10. 10. 4.3 Newton’s Second Law of Motion Newton’s Second Law When a net external force acts on an object of mass m, the acceleration that results is directly proportional to the net force and has a magnitude that is inversely proportional to the mass. The direction of the acceleration is the same as the direction of the net force.   a= ∑ F ∑   F = ma m
  11. 11. 4.3 Newton’s Second Law of Motion A free-body-diagram is a diagram that represents the object and the forces that act on it.
  12. 12. 4.3 Newton’s Second Law of Motion The net force in this case is: 275 N + 395 N – 560 N = +110 N and is directed along the + x axis of the coordinate system.
  13. 13. 4.4 The Vector Nature of Newton’s Second Law The direction of force and acceleration vectors can be taken into account by using x and y components.   ∑ F = ma is equivalent to ∑F y = ma y ∑ Fx = ma x
  14. 14. 4.4 The Vector Nature of Newton’s Second Law
  15. 15. 4.4 The Vector Nature of Newton’s Second Law The net force on the raft can be calculated in the following way: Force x component y component  +17 N 0N P  +(15 N) cos67 +(15 N) sin67 A +23 N +14 N
  16. 16. 4.4 The Vector Nature of Newton’s Second Law ax = ∑F x = + 23 N = +0.018 m s 2 m 1300 kg ay = ∑F y = + 14 N = +0.011 m s 2 m 1300 kg
  17. 17. 4.5 Newton’s Third Law of Motion Newton’s Third Law of Motion Whenever one body exerts a force on a second body, the second body exerts an oppositely directed force of equal magnitude on the first body.
  18. 18. 4.5 Newton’s Third Law of Motion Suppose that the magnitude of the force is 36 N. If the mass of the spacecraft is 11,000 kg and the mass of the astronaut is 92 kg, what are the accelerations?
  19. 19. 4.5 Newton’s Third Law of Motion   On the spacecraft ∑  F = P.  On the astronaut ∑ F = − P.   P + 36 N as = = = +0.0033 m s 2 ms 11,000 kg   − P − 36 N aA = = = −0.39 m s 2 mA 92 kg
  20. 20. 4.6 Types of Forces: An Overview Examples of different forces: Friction force Tension force Normal force Weight (Force due to gravity) Gravitational Force Magnetic Force Electric Force
  21. 21. 4.7 The Gravitational Force Newton’s Law of Universal GravitationEvery particle in the universe exerts an attractive force on everyother particle.
  22. 22. 4.7 The Gravitational Force For two particles that have masses m1 and m2 and are separated by a distance r, the force has a magnitude given by m1m2 F =G 2 r G = 6.673 ×10 −11 N ⋅ m 2 kg 2
  23. 23. 4.7 The Gravitational Force m1m2 F =G 2 r ( = 6.67 × 10 −11 N ⋅ m kg 2 2 ) (12 kg )( 25 kg ) (1.2 m ) 2 −8 = 1.4 ×10 N
  24. 24. 4.7 The Gravitational Force
  25. 25. 4.7 The Gravitational Force Definition of WeightThe weight of an object on or above the earth is thegravitational force that the earth exerts on the object. Theweight always acts downwards, toward the centerof the earth.SI Unit of Weight: newton (N)
  26. 26. 4.8 The Normal Force Definition of the Normal ForceThe normal force is one component of the force that a surfaceexerts on an object with which it is in contact –perpendicular to the surface.
  27. 27. 4.8 The Normal Force FN − 11 N − 15 N = 0 FN = 26 N FN + 11 N − 15 N = 0 FN = 4 N
  28. 28. 4.8 The Normal Force Apparent Weight The apparent weight of an object is the reading of the scale. It is equal to the normal force the man exerts on the scale.
  29. 29. 4.8 The Normal Force ∑F y = + FN − mg = ma FN = mg + ma true apparent weight weight
  30. 30. 4.9 Static and Kinetic Frictional Forces When an object is in contact with a surface there is a force acting on that object. The component of this force that is parallel to the surface is called the frictional force.
  31. 31. 4.9 Static and Kinetic Frictional ForcesWhen the two surfaces arenot sliding across one anotherthe friction is calledstatic friction.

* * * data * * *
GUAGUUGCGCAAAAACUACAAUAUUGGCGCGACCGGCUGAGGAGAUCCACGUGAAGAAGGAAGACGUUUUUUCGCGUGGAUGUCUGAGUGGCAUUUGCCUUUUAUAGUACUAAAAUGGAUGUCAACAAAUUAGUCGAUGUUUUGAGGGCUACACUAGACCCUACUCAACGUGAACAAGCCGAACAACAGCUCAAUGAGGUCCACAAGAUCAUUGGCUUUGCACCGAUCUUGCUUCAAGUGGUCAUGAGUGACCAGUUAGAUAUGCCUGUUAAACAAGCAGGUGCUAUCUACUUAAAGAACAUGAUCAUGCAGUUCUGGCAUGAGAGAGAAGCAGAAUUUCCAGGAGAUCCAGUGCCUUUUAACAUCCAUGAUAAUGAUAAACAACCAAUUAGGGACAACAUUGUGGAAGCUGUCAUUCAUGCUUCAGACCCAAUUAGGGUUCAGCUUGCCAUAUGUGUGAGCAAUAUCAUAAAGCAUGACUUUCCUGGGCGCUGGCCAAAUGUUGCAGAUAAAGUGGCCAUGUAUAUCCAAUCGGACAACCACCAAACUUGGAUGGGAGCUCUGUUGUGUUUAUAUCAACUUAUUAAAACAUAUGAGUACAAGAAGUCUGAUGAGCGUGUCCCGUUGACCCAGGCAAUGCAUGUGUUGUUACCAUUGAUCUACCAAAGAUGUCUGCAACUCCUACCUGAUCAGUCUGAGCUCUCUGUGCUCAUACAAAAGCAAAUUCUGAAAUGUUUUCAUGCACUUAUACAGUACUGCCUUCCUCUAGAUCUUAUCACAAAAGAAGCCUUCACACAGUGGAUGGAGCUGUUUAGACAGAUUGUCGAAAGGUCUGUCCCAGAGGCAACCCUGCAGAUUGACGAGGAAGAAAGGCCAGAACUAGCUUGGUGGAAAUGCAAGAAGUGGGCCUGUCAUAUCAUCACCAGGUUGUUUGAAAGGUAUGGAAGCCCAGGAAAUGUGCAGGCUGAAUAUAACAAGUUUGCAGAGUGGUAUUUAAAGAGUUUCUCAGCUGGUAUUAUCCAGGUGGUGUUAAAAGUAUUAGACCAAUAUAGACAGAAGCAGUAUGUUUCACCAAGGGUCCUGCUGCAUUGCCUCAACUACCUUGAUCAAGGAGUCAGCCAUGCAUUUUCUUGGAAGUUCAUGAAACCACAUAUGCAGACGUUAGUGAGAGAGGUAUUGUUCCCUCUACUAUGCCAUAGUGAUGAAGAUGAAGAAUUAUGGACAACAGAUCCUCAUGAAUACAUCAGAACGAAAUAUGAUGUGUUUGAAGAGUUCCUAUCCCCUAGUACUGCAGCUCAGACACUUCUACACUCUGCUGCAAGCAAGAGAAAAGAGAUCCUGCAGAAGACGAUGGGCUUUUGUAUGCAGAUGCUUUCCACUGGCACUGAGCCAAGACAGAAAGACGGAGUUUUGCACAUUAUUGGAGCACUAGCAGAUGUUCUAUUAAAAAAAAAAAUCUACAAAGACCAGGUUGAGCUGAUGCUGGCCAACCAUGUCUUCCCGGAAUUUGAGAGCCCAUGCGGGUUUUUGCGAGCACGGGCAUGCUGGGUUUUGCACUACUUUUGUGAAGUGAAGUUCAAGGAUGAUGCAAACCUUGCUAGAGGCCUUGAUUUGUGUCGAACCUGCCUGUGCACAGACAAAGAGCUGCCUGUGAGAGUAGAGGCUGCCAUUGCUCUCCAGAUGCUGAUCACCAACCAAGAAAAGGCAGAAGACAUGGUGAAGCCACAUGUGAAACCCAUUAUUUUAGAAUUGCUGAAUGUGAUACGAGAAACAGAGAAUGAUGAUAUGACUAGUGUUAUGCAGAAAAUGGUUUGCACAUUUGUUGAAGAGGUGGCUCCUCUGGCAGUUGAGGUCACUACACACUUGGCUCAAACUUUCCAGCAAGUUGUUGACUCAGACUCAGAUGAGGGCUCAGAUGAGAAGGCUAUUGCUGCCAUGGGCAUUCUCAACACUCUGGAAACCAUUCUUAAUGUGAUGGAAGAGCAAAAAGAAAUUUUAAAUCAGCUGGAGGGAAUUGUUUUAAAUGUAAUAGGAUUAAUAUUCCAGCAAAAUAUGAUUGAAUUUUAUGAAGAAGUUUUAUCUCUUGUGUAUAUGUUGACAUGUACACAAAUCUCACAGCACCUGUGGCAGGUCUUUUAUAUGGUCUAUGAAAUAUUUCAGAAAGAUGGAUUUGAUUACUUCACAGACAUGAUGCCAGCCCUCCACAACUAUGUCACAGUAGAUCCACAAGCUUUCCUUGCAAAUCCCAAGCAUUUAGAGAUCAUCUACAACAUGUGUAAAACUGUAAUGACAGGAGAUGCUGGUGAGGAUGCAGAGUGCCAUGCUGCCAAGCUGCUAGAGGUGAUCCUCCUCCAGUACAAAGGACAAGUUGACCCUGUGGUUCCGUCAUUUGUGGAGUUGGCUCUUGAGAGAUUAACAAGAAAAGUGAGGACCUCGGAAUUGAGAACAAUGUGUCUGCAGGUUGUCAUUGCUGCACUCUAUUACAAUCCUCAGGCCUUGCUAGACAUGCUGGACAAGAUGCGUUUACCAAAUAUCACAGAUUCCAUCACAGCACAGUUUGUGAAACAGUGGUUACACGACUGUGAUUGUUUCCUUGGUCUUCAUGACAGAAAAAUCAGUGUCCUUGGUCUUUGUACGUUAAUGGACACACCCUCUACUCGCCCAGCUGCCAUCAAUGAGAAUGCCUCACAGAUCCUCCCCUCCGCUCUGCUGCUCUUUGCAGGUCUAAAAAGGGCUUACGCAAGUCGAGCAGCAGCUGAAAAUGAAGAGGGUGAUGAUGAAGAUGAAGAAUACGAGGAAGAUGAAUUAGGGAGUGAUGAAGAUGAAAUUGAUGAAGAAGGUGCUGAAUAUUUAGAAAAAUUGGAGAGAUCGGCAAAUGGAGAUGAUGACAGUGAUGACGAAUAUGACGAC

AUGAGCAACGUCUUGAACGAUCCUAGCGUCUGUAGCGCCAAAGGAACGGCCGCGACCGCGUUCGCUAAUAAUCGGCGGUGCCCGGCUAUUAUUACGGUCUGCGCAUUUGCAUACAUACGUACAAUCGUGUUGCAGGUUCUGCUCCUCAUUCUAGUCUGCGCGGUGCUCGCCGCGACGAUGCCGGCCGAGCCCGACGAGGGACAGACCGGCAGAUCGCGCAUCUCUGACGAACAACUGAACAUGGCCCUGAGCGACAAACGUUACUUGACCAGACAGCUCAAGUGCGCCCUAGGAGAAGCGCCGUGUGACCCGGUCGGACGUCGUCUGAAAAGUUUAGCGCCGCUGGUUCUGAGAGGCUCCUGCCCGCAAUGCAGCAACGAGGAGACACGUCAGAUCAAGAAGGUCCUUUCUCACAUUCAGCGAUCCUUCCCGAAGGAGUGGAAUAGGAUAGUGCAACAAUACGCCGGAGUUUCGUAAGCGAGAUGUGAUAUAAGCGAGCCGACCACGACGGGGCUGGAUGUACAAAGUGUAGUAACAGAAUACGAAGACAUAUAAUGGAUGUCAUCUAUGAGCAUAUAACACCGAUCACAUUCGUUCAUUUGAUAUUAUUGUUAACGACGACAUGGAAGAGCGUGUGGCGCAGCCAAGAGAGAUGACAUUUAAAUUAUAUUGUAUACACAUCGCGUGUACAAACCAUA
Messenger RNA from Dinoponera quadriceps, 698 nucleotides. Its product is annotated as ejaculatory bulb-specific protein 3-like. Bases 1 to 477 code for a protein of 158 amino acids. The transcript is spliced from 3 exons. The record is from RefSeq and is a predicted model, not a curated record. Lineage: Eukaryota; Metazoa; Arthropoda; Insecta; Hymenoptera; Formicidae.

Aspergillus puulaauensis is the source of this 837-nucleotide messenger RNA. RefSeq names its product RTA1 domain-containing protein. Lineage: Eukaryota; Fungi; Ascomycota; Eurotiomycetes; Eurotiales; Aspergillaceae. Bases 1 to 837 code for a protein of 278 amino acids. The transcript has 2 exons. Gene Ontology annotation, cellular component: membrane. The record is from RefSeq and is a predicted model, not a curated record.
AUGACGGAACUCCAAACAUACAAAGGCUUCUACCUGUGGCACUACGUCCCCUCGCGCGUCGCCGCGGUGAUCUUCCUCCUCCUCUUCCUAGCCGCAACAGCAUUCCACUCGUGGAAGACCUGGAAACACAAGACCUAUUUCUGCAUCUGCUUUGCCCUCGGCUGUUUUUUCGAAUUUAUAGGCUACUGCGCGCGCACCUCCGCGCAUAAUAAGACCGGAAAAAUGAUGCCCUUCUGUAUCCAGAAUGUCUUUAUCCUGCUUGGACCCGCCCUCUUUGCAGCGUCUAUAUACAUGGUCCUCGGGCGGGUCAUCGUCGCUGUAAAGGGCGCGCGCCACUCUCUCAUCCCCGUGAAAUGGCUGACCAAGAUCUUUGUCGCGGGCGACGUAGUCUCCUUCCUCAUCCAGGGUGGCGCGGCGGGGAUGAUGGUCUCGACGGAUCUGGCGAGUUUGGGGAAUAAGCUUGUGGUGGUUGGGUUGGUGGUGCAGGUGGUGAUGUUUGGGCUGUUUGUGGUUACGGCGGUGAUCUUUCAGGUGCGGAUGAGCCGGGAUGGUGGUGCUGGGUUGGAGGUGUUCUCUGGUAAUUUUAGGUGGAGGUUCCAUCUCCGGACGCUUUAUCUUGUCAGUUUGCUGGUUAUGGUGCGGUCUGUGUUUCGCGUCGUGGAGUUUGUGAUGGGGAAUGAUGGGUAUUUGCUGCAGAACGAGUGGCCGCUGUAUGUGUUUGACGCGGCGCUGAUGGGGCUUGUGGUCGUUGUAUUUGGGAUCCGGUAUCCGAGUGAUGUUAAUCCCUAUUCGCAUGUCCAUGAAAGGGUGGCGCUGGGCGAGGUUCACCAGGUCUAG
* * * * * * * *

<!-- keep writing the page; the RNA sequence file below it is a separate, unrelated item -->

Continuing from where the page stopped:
32. 32. 4.9 Static and Kinetic Frictional ForcesThe magnitude of the static frictional force can have any valuefrom zero up to a maximum value. f s = µ s FN 0 < µs < 1 is called the coefficient of static friction.
  33. 33. 4.9 Static and Kinetic Frictional Forces Note that the magnitude of the frictional force does not depend on the contact area of the surfaces. What does it depend on???
  34. 34. 4.9 Static and Kinetic Frictional Forces Static friction opposes the impending relative motion between two objects. Kinetic friction opposes the relative sliding motion motions that actually does occur. f k = µ k FN 0 < µs < 1 is called the coefficient of kinetic friction.
  35. 35. 4.9 Static and Kinetic Frictional Forces
  36. 36. 4.9 Static and Kinetic Frictional Forces The sled comes to a halt because the kinetic frictional force opposes its motion and causes the sled to slow down.
  37. 37. 4.9 Static and Kinetic Frictional Forces Suppose the coefficient of kinetic friction is 0.05 and the total mass is 40kg. What is the kinetic frictional force? f k = µ k FN = µ k mg = ( 0.05( 40kg ) 9.80 m s = 20 N 2 )
  38. 38. 4.10 The Tension Force Cables and ropes transmit forces through tension.
  39. 39. 4.11 Equilibrium Application of Newton’s Laws of Motion Definition of Equilibrium An object is in equilibrium when it has zero acceleration. ∑ Fx = 0 ∑ Fy = 0
  40. 40. 4.11 Equilibrium Application of Newton’s Laws of Motion Reasoning Strategy • Draw a free-body diagram. Include only forces acting on the object, not forces the object exerts on its environment. • Choose a set of x, y axes for each object and resolve all forces in the free-body diagram into components that point along these axes. • Apply the equations and solve for the unknown quantities.
  41. 41. 4.11 Equilibrium Application of Newton’s Laws of Motion
  42. 42. 4.11 Equilibrium Application of Newton’s Laws of Motion Force x component y component  T1 − T1 sin 10.0 + T1 cos 10.0   T2 + T2 sin 80.0 − T2 cos 80.0   W 0 −W W = 3150 N
  43. 43. 4.11 Equilibrium Application of Newton’s Laws of Motion ∑ Fx = − T1 sin 10.0 + T2 sin 80.0 = 0 ∑F y = + T1 cos 10.0 − T2 cos 80.0 − W = 0    sin 80.0  The first equation gives T1 =   sin 10.0 T   2   Substitution into the second gives  sin 80.0   T2 cos10.0 − T2 cos 80.0 − W = 0  sin 10.0   
  44. 44. 4.11 Equilibrium Application of Newton’s Laws of Motion W T2 =  sin 80.0    cos10.0 − cos 80.0  sin 10.0    T2 = 582 N T1 = 3.30 × 10 N 3